The majority of American adults are loyal to 5 or fewer brands, with their loyalty most often placed with financial service providers and grocery retailers, finds a study conducted by Epsilon and Wylei Research and shared with MarketingCharts. Consumers surveyed for the report were most likely to define brand loyalty as shopping on the basis of quality rather than price; as a result, a company’s consistency in offering quality products and services emerges as a key loyalty driver.
Presented with a series of customer experiences with a fictitious company and asked which best represents customer loyalty, respondents were most likely to agree with the following:
- A customer that shops at “Company X” for the quality of the product even though they are more expensive (51%; top-5 box on a 10-point scale);
- A customer that tells family/friends to go to “Company X” (41%); and
- A customer that forgives a mistake made by “Company X” and continues shopping there (40%).
Notably, respondents were less likely to define loyalty on the basis of liking or sharing brand content on social media.
Not surprisingly, when asked how important various conditions are in influencing the loyalty actions outlined above, respondents first pointed to a brand/company having consistently good quality products and services (55%, top-5 box), followed by the brand/company offering the best value for the money (51%). Interestingly, fewer respondents believed that rewards programs (33%), positive first experiences (28%), and new services and products tailored to their needs and lifestyles (21%) would drive loyal behavior.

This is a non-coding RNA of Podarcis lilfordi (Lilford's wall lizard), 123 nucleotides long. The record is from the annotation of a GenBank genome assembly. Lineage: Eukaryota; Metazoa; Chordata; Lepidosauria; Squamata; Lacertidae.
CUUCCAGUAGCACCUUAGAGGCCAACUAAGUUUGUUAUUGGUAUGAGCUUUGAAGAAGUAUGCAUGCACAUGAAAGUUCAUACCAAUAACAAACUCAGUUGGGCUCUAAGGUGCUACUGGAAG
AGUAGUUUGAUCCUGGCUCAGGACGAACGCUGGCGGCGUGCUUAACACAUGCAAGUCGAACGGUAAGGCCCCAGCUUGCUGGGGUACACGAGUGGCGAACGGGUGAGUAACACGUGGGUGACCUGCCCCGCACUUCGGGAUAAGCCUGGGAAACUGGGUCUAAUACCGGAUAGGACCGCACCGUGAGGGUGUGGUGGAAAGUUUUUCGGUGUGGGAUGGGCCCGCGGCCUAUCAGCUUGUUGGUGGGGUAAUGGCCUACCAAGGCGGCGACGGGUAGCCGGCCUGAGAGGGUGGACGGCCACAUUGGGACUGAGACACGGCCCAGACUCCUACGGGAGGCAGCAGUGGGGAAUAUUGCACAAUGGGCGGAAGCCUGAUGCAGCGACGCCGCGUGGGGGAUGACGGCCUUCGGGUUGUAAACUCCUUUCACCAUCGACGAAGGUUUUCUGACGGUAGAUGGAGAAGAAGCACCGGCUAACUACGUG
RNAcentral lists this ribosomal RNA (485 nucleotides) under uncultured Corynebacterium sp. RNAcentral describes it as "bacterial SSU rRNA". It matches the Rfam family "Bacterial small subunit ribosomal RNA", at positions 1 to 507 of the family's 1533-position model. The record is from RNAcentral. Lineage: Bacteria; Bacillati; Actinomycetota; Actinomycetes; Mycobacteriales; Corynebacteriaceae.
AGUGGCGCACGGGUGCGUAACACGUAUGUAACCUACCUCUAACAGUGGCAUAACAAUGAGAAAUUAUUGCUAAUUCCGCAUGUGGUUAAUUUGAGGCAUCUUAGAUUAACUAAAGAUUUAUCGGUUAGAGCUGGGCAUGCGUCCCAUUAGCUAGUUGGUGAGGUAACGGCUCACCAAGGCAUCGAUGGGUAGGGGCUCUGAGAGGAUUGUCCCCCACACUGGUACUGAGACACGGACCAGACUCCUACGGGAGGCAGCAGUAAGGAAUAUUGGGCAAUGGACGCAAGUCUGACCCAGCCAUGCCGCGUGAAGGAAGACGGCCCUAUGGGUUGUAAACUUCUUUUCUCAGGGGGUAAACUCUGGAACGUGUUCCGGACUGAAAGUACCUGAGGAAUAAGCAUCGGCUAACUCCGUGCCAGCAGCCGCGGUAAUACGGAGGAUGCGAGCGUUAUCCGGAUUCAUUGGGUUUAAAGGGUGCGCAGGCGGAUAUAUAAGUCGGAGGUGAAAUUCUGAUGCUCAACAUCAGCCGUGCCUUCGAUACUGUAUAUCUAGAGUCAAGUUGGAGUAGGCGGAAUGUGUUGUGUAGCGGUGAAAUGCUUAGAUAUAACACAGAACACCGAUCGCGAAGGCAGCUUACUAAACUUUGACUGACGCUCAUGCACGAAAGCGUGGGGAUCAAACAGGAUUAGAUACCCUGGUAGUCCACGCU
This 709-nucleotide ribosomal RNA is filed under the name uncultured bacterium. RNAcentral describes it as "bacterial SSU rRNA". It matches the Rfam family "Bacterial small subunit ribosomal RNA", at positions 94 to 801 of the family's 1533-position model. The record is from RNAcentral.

While positive first experiences don’t rank as highly as a loyalty driver, separate results from the survey indicate that they do have an effect. Indeed, two-thirds of respondents reported being extremely (15%) or very (52%) likely to continue purchasing products with a brand after purchasing a product they like from it. Previously-release research from ClickFox has also found that consumers believe that brand loyalty is shaped from the first impression.
Meanwhile, the over-arching focus on quality as a loyalty driver is interesting in light of new survey results from Duke University’s CMO Survey, in which US CMOs were found to believe that customers prioritize superior product quality and excellent service over low prices. For those CMOs, brand is at the bottom of the list of consumers’ priorities.
According to the Epsilon study, most consumers will buy a product that is the best value for the price paid, regardless of the brand. At the same time, roughly half will seek out their preferred brand elsewhere if it’s temporarily unavailable, rather than buy a similar product.
About the Data: The survey was conducted among Research Now’s US panel of participants and includes respondents who are 18-64 years old and do not work in any of the following companies:
- Market research;
- Advertising, public relations, or marketing;
- Television, radio, or newspaper publishing;
- Any company that offers reward points or miles.
The sample is representative of gender, age and region distributions in the country. Quotas were put in place to obtain 1,000 US respondents. The survey was in field from 1/20/14-1/31/14. The sampling error for a sample size of 1,000 is +/- 3.1% at a 95% confidence level.